Frequently Asked Questions
The voltage is continuously converted to the desired output level based on an algorithm and advanced power electronics. (patent pending)
No, the power density of this particular generator design and its materials is just very high compared to other permanent magnet generators that have been available in the past.
The rapid advancement of power electronics that are required to support everything from electric cars to solar power has made the efficient conversion of voltage possible at a scale such that meaningful amounts of power can be generated in applications like this.
Yes, in addition to closed loop voltage control there are two additional measures against overvoltage. The first overvoltage protection layer continuously measures the output voltage and will shut the device down if voltages are outside of limits for any longer than a few nanoseconds. The second layer of overvoltage protection is a transient voltage suppression diode that will draw enough current to open whichever fuse(input or output) is supplying the current supporting the overvoltage event.
Yes, There are primary and secondary shutdown means built into the device. They are both tested at start up and if the backup means is not functioning the device will not function.
If the device is run as a back up it is recommended to use the lower (14.3 V) output with the primary device setup for something higher than that voltage. In this configuration the device will enter an idle standby mode where no power will be put out until the attached bus measures ~13.7 V or lower. After a bus voltage of 13.7V at the controller is observed the device will start making power and will try to bring the voltage up to the set point (14.6 or 14.3V) based on the device configuration and current limits at the time. With this arrangement the device should not be in a situation where it is producing power with another device on the same bus and there should be no chance for the devices to interfere with each other. With this said, the device has been tested for many hours sharing the load with a traditional alternator and no issues were recorded.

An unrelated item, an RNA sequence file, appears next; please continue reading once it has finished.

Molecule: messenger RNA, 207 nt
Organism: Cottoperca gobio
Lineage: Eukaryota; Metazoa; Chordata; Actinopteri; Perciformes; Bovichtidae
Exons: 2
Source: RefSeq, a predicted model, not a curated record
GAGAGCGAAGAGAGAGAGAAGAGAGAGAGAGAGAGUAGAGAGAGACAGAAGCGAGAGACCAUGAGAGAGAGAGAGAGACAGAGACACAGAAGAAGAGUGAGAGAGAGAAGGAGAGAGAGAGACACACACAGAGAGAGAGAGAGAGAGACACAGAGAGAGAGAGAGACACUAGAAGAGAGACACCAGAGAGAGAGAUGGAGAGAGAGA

Yes, the shear coupling is a complete redesign of the traditional shear coupling in vacuum pumps. It is more compact and allows the generator to have a shorter profile relative to other vacuum pad mounted devices.
No, the device is completely self-exciting in that if sufficient RPM is supplied the device can make power. No external power is needed.
There are more than 10 devices flying with hundreds of combined operation hours.
Any device will perform better in an environment with lower temperatures. Proper installation of cooling ducts will ensure that the device is exposed to the lowest temperatures possible. Testing indicates that taxi out before take off and after a heat soak, after a refueling stop for instance, will expose the device to the highest temperatures. Testing has been done with outside air temperatures of 115 F after a 20 minute heat soak interval and the device was still within temperature limits for the entire test. After takeoff the device temperatures tend to be dramatically lower.